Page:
First, a recap of the past posts and what's coming:
- Choosing a Name and Review Policy
- Branding Yourself With Imagery
- Picking a Platform for Publishing
- Design Considerations (you're there now)
- Structuring Your Rating System
- Building an Audience - Social Media Crazy
- Writing Reviews
- Money, You Say?
Now, take a close look at my blog. You'll see there's a background that encompasses my logo and color/design scheme. On the sidebar, I don't have a ton of clutter for folks to wade through. One thing I have going on right now is my UtopYA con author interview posts. Because of that, I have two additional images on the right hand side. But, as you can see, my subscribe box is above the fold (this is referencing the part of your blog that's visible before the scroll).
Moving on down, you'll see another couple of ways to follow me and my posts (you do want your blog to be read, right?), then it goes right into my archive. Not having an archive where people can browse your past posts isn't a good idea. You want them to stay and look around a while.
Let's go back to the top!
You see my banner telling you what my blog is about, then a set of links I think are pertinent for everyone on social media to make as easy to find as possible. Note they're above the fold.
Because I'm OCD, and my blog is my haven for all the information I impart to my fellow Indie authors, I have a categorized link list. This is a whole separate page on my blog I use to sort posts into categories (with a little snap of what the post is about) so people don't have to wade through my archive to find specific information.
But my blog loads fast on a browser. Six seconds. Ideally, you want five or less, but I'm okay with six. I've visited blogs that took over a minute to load because there was all this extra "stuff" all over them. I waited, but only to take a look at the mess, click away, and never return.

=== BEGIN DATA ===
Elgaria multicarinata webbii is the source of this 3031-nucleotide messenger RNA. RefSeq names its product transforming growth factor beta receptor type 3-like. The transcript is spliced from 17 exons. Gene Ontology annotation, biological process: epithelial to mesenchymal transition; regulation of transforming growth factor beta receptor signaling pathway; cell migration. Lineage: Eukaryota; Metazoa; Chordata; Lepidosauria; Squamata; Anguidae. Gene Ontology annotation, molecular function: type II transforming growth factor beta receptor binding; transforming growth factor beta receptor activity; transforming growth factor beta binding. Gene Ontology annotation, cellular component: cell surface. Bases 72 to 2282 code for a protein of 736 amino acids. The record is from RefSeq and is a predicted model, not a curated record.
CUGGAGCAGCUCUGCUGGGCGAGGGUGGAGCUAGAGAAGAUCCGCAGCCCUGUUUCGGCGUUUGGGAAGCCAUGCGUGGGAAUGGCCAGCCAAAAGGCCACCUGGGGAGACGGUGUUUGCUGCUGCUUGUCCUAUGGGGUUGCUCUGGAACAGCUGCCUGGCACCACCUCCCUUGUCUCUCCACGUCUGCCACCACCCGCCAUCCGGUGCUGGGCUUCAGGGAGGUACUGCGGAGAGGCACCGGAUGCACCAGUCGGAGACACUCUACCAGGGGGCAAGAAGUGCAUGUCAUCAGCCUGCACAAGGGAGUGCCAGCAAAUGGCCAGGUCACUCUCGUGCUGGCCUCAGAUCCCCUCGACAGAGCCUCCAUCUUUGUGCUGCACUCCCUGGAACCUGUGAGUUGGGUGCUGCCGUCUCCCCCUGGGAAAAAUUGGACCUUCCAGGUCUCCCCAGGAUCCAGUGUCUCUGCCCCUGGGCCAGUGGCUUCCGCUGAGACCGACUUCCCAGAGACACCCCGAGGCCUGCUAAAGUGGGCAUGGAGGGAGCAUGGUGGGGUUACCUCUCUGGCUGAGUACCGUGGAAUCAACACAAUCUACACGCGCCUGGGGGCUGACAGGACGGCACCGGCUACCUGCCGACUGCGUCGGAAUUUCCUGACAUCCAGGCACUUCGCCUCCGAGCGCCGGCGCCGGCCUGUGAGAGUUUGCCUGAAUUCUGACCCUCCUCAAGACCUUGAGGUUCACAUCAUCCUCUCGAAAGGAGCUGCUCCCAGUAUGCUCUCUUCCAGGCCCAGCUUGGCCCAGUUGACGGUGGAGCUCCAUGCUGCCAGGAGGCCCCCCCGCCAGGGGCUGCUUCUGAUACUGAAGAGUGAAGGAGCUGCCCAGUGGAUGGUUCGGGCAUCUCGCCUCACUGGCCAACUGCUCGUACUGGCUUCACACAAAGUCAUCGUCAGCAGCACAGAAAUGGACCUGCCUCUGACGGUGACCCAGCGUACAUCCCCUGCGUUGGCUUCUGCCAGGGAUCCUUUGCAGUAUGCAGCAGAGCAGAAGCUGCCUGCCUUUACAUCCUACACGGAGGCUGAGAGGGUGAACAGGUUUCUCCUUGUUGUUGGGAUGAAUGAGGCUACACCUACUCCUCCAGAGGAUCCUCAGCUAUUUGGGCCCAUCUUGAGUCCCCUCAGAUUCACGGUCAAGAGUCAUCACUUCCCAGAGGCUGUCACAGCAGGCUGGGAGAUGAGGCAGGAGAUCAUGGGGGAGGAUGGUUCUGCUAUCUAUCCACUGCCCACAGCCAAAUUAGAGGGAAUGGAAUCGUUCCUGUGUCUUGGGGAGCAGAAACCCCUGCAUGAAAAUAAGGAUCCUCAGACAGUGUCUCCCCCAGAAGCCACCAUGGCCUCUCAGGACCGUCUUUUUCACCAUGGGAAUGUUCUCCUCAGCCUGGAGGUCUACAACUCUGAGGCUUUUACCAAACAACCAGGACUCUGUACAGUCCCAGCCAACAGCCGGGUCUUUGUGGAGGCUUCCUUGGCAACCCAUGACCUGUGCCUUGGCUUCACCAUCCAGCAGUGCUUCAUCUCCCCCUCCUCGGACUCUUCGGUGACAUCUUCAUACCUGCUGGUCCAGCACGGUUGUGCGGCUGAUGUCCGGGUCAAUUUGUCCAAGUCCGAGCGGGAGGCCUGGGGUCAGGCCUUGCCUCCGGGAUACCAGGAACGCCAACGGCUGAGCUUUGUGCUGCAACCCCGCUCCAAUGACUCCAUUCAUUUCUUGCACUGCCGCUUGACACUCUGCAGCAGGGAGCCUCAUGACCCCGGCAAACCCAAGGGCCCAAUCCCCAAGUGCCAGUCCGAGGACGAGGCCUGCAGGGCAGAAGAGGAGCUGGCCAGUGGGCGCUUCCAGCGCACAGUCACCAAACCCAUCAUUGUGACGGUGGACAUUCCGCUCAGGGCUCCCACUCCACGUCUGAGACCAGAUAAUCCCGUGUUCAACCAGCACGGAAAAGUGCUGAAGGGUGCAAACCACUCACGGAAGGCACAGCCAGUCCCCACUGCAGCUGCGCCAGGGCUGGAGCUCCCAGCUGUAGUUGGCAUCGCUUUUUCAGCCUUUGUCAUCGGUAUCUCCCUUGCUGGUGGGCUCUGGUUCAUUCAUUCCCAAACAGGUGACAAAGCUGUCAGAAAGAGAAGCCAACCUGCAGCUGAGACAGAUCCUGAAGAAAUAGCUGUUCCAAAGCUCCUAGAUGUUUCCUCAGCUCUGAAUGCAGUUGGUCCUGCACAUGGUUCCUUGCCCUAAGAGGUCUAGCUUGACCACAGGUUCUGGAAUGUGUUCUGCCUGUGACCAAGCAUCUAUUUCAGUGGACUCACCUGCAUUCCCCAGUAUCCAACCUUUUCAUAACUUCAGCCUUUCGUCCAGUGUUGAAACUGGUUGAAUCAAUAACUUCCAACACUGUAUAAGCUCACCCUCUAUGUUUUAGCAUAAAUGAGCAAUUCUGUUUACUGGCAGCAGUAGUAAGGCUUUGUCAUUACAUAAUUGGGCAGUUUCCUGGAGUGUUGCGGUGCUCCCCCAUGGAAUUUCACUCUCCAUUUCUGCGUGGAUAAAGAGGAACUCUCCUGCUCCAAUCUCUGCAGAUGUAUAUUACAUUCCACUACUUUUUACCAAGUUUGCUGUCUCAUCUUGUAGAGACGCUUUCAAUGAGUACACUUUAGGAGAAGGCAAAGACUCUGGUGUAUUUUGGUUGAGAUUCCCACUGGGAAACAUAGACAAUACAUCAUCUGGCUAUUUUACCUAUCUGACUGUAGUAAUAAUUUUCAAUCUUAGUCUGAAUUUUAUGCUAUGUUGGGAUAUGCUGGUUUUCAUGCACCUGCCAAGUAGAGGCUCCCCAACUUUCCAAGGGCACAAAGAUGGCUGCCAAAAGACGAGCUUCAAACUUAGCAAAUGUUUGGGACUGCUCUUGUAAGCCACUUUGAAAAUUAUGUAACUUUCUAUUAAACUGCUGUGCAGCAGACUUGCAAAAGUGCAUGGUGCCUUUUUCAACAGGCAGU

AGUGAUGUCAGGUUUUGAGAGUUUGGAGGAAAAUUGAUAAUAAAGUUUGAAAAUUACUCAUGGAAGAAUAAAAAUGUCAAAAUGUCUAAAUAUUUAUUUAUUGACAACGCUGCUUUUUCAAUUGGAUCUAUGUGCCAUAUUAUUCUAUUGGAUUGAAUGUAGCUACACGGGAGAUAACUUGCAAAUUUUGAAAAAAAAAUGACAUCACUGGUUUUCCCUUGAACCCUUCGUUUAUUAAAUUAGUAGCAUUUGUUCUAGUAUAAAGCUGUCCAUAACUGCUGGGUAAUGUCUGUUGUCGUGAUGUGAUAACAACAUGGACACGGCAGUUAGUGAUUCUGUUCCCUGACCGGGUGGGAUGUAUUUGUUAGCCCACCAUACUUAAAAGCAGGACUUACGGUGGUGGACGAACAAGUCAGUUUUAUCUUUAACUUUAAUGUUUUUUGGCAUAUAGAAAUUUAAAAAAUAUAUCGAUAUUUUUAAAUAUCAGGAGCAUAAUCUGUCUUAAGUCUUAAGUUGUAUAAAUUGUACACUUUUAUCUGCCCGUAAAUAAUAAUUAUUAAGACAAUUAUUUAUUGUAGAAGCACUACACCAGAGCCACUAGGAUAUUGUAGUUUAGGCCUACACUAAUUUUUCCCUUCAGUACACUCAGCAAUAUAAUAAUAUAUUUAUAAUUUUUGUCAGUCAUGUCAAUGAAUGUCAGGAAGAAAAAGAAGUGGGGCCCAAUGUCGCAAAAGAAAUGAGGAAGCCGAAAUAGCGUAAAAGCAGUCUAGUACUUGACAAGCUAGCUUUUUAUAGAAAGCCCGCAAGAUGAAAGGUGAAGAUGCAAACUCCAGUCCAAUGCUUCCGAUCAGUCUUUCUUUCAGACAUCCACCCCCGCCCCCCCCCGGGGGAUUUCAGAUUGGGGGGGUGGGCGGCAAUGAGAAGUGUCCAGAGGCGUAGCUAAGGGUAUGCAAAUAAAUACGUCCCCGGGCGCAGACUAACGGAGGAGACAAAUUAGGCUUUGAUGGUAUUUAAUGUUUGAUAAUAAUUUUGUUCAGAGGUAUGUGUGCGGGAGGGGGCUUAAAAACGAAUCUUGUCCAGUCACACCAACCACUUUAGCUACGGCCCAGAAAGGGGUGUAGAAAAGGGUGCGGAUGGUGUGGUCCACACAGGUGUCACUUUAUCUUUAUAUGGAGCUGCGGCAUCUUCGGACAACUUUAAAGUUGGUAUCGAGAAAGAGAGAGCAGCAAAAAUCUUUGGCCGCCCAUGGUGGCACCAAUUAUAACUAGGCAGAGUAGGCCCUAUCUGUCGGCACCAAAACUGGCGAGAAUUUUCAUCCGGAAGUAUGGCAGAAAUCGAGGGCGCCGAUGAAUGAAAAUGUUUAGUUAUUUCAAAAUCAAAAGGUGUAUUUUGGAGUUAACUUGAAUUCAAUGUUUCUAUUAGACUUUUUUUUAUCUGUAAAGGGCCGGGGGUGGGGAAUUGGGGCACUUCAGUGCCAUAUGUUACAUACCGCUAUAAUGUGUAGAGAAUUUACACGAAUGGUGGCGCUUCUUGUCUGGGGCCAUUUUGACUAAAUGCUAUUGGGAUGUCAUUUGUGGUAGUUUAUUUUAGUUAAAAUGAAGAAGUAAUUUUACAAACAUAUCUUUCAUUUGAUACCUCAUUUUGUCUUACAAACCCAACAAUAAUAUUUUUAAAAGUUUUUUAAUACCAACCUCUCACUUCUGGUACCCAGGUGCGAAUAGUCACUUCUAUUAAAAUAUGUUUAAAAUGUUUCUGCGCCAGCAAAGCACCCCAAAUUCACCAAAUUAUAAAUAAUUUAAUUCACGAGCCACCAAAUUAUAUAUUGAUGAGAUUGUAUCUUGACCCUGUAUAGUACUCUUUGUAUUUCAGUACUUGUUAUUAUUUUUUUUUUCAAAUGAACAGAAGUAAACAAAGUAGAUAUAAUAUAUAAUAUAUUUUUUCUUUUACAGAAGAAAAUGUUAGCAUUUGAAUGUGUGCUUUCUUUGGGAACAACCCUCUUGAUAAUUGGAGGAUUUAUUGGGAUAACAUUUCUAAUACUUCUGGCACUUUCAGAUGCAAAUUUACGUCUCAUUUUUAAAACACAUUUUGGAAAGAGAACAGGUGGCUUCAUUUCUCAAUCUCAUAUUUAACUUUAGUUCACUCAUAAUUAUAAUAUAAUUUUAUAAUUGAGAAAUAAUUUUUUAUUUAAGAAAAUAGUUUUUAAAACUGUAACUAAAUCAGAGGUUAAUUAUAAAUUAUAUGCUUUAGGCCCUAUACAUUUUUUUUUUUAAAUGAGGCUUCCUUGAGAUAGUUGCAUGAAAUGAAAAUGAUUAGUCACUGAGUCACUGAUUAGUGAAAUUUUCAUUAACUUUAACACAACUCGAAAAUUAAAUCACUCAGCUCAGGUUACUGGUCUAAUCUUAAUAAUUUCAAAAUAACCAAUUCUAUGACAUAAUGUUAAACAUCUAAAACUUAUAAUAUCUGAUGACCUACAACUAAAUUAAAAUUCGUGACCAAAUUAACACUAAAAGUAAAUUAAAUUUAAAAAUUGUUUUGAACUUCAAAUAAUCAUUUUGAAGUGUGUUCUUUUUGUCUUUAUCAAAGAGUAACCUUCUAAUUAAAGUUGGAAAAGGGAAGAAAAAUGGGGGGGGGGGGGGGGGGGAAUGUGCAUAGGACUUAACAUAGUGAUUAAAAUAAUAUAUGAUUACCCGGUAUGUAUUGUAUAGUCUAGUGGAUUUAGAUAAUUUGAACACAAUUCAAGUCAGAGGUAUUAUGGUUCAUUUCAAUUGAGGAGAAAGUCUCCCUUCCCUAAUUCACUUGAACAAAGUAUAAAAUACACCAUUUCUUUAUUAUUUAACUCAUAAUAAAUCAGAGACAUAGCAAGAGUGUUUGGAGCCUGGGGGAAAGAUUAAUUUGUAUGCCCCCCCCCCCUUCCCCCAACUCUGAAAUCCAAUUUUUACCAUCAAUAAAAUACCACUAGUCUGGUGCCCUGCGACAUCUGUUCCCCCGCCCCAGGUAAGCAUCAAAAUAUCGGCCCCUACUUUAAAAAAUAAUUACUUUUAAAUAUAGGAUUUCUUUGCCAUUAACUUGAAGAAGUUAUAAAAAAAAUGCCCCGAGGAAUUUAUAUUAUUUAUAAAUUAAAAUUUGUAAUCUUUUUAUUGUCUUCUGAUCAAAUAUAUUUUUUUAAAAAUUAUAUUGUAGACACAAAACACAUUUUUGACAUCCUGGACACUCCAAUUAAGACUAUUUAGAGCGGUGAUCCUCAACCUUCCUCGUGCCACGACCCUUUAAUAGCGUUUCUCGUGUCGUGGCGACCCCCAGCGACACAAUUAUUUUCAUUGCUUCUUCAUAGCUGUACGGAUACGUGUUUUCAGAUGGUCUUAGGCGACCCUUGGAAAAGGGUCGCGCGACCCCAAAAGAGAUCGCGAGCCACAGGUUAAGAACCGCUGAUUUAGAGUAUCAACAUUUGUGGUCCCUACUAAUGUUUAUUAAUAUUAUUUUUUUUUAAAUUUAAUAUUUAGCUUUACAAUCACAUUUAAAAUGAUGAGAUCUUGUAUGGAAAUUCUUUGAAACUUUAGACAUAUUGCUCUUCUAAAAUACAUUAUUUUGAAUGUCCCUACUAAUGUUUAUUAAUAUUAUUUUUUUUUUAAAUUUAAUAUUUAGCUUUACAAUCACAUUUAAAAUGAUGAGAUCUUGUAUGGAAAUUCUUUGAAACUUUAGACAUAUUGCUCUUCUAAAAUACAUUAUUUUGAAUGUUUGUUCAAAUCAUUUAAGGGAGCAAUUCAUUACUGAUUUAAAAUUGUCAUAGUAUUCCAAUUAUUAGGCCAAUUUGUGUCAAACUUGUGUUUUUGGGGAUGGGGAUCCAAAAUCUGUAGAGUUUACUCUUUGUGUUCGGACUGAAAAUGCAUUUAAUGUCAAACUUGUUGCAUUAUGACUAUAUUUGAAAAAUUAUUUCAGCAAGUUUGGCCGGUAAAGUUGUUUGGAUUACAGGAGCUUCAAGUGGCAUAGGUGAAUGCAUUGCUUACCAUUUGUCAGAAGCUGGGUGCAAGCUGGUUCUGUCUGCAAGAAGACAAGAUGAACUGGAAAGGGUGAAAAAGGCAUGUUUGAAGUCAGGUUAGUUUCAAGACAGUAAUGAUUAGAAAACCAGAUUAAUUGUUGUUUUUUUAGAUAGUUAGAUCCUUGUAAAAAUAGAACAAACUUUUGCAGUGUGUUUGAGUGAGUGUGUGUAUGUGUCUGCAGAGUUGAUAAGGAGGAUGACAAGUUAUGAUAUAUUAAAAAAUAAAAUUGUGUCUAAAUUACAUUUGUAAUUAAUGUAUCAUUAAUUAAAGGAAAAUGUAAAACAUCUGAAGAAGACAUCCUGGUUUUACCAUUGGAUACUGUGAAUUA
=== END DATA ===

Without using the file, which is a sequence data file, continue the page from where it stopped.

You have about fifteen seconds to catch someone's attention. They won't wait much longer than that (if they wait at all). So, keep the clutter down and increase your load times.
Black text on a white background in an easy to read font is the next thing you need to consider for your design. If you make it hard to read your posts, people will be turned off and not come back.
You want them to come back. That's why you're blogging.
Make sure all your stuff is harmonious. Not that everything has to be identical, but when someone clicks on the link to your Twitter page, make sure it at least resembles your blog, website (if you choose to have one), and Facebook page. Don't let them doubt they've found the person they're looking for.
The Chicken Coop can have one chicken image on their blog, a different one on Facebook and Twitter, and still another on their website, and (as long as the look and feel is the same) they'll connect the dots.
Remember your name! If you've chosen The Chicken Coop for your blog, be @TheChickenCoop on Twitter as well. Be facebook.com/TheChickenCoop or facebook.com/ChickenCoop. Sign up for TheChickenCoop [at] gmail!
Be consistent and keep it simple.
If you want a couple more tips and tricks on making your public appearance gel, grab my free PDF on branding here. Feel free to download, study, read, print, and redistribute at your leisure. As long as you don't charge for it, I'm good.
What do you think? Have you built up your blog yet? Got any subscribers?
Go on and get those signup boxes going! I'll be back later in the week with advice on structuring your rating system.
Well, that's all for today, folks! Until next time, WRITE ON!